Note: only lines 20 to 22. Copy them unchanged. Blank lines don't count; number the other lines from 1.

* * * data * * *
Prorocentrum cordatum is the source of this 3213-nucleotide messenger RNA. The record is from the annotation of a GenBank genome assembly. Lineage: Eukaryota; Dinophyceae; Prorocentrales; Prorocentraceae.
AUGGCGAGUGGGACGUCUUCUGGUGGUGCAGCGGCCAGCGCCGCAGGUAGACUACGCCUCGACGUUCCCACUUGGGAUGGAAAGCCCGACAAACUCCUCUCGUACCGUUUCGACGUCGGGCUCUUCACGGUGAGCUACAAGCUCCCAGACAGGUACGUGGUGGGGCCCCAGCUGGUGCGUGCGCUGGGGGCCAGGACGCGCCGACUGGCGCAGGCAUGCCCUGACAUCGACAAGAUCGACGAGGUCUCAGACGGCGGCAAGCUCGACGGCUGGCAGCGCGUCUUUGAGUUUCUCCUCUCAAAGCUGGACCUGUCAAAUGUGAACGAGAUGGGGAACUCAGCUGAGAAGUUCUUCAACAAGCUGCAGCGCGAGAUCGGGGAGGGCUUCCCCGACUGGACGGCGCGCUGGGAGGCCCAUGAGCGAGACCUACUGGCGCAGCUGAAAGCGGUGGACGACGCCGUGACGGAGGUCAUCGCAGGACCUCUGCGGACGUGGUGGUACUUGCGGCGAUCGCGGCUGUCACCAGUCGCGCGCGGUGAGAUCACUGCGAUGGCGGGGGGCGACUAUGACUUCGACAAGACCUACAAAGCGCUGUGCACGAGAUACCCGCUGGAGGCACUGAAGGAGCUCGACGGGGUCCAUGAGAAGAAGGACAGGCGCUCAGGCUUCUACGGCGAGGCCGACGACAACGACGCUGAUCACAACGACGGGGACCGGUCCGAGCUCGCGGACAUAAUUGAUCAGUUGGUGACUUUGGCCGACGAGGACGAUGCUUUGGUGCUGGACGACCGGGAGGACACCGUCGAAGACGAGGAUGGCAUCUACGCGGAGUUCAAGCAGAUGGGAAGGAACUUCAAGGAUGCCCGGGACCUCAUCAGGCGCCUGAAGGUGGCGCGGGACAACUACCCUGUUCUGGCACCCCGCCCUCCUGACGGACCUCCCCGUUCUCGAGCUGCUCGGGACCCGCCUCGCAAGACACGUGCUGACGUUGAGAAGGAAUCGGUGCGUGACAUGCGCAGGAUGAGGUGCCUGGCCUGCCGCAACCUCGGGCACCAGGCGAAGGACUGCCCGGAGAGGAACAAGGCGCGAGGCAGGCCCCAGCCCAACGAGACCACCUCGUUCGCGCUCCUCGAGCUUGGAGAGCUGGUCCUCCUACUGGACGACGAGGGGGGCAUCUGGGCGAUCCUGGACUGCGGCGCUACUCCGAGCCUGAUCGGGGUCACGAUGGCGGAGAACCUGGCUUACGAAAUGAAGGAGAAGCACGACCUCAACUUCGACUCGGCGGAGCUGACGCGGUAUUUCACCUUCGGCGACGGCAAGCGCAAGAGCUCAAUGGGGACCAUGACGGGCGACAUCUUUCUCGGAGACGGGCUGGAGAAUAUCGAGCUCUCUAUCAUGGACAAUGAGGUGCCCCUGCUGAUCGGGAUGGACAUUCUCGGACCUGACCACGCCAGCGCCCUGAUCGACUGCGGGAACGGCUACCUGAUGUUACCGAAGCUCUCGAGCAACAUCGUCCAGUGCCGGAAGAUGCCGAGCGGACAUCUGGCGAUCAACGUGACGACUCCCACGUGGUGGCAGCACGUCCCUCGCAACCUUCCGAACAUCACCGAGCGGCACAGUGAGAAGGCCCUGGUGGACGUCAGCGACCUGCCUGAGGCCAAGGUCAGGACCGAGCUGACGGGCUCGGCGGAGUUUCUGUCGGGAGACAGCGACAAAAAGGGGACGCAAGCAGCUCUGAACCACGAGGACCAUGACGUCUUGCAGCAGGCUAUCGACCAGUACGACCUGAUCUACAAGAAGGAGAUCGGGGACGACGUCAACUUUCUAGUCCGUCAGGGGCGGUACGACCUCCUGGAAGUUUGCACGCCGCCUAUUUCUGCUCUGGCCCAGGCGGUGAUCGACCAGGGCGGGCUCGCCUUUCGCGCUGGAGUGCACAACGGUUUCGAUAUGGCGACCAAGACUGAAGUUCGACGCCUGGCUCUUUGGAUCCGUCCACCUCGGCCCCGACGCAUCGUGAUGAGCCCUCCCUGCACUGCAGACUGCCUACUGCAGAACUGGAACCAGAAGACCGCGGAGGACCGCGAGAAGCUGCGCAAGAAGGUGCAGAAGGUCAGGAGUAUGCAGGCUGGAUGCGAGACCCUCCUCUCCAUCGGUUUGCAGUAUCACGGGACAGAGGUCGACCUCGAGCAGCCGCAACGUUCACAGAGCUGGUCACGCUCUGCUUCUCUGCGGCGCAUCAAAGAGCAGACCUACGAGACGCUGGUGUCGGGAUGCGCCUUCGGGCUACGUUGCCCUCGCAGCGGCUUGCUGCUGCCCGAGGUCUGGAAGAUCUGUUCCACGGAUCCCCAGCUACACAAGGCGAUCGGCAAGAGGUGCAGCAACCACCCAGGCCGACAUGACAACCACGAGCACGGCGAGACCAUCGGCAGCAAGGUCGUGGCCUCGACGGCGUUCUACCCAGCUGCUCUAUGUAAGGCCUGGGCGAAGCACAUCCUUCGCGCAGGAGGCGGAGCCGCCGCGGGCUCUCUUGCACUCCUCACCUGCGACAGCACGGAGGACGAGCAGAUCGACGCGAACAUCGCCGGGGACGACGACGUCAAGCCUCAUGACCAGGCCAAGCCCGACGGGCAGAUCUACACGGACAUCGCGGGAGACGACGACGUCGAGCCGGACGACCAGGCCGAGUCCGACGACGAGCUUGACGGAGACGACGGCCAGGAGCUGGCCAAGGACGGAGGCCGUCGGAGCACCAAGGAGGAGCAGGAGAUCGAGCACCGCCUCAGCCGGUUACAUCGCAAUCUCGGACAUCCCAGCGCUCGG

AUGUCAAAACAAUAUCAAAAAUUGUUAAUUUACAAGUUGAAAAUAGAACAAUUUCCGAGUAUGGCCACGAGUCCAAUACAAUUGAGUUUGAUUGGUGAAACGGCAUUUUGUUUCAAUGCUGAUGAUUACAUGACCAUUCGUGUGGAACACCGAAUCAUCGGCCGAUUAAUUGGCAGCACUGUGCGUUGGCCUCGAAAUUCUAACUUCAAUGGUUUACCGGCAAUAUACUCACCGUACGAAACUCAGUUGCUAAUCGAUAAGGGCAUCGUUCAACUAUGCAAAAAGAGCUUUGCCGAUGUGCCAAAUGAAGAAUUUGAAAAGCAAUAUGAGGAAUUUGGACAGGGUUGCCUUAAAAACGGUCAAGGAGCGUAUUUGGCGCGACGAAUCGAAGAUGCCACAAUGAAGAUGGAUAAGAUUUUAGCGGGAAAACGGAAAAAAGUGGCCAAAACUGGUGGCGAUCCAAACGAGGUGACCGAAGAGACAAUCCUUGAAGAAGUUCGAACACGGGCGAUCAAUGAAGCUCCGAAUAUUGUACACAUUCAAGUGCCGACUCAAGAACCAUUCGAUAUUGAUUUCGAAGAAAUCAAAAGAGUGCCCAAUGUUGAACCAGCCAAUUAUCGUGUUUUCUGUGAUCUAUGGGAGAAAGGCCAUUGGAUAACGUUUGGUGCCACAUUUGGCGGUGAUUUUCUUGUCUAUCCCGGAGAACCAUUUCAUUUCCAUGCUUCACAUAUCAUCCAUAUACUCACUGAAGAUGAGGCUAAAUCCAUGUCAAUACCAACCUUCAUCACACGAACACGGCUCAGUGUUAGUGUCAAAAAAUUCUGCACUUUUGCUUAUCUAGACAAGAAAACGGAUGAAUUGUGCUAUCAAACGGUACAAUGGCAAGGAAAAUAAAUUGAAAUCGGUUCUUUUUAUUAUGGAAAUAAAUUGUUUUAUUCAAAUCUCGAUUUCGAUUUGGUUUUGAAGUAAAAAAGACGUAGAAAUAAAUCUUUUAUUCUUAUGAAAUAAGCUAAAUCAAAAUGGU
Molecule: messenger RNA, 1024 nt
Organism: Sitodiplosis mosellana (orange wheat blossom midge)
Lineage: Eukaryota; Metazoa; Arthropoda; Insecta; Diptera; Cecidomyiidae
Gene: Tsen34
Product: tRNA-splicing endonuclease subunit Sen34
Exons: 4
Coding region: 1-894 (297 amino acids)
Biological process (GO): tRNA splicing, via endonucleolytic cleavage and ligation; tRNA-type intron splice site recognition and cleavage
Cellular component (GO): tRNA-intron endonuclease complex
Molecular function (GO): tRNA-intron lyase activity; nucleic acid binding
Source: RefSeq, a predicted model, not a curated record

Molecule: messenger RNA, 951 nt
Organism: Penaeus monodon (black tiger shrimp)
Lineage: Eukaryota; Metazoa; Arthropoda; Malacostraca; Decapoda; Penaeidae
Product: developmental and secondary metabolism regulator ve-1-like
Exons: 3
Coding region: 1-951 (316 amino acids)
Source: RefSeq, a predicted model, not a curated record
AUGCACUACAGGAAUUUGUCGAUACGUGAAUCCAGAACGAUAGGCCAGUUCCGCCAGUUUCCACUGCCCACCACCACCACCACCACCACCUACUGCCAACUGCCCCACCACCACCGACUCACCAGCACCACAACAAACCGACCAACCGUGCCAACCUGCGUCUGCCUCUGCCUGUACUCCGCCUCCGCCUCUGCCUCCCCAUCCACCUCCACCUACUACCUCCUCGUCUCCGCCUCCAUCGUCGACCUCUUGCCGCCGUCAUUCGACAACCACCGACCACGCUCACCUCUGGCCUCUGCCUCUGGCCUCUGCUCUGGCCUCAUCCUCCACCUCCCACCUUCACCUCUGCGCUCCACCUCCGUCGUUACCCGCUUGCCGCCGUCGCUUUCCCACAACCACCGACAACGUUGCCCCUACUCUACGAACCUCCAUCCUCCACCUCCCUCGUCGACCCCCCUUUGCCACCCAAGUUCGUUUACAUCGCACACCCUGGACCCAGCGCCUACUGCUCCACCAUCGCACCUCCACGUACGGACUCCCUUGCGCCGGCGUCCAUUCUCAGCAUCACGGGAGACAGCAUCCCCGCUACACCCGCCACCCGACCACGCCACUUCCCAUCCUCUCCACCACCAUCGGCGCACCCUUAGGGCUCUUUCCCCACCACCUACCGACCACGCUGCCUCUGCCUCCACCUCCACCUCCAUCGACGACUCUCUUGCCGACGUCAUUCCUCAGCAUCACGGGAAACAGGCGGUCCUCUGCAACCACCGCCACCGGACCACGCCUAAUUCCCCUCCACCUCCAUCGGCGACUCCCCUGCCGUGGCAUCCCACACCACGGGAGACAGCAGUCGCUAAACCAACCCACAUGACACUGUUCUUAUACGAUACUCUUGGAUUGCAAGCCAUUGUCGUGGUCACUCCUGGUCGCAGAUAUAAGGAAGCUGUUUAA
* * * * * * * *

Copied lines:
Coding region: 1-951 (316 amino acids)
Source: RefSeq, a predicted model, not a curated record
AUGCACUACAGGAAUUUGUCGAUACGUGAAUCCAGAACGAUAGGCCAGUUCCGCCAGUUUCCACUGCCCACCACCACCACCACCACCACCUACUGCCAACUGCCCCACCACCACCGACUCACCAGCACCACAACAAACCGACCAACCGUGCCAACCUGCGUCUGCCUCUGCCUGUACUCCGCCUCCGCCUCUGCCUCCCCAUCCACCUCCACCUACUACCUCCUCGUCUCCGCCUCCAUCGUCGACCUCUUGCCGCCGUCAUUCGACAACCACCGACCACGCUCACCUCUGGCCUCUGCCUCUGGCCUCUGCUCUGGCCUCAUCCUCCACCUCCCACCUUCACCUCUGCGCUCCACCUCCGUCGUUACCCGCUUGCCGCCGUCGCUUUCCCACAACCACCGACAACGUUGCCCCUACUCUACGAACCUCCAUCCUCCACCUCCCUCGUCGACCCCCCUUUGCCACCCAAGUUCGUUUACAUCGCACACCCUGGACCCAGCGCCUACUGCUCCACCAUCGCACCUCCACGUACGGACUCCCUUGCGCCGGCGUCCAUUCUCAGCAUCACGGGAGACAGCAUCCCCGCUACACCCGCCACCCGACCACGCCACUUCCCAUCCUCUCCACCACCAUCGGCGCACCCUUAGGGCUCUUUCCCCACCACCUACCGACCACGCUGCCUCUGCCUCCACCUCCACCUCCAUCGACGACUCUCUUGCCGACGUCAUUCCUCAGCAUCACGGGAAACAGGCGGUCCUCUGCAACCACCGCCACCGGACCACGCCUAAUUCCCCUCCACCUCCAUCGGCGACUCCCCUGCCGUGGCAUCCCACACCACGGGAGACAGCAGUCGCUAAACCAACCCACAUGACACUGUUCUUAUACGAUACUCUUGGAUUGCAAGCCAUUGUCGUGGUCACUCCUGGUCGCAGAUAUAAGGAAGCUGUUUAA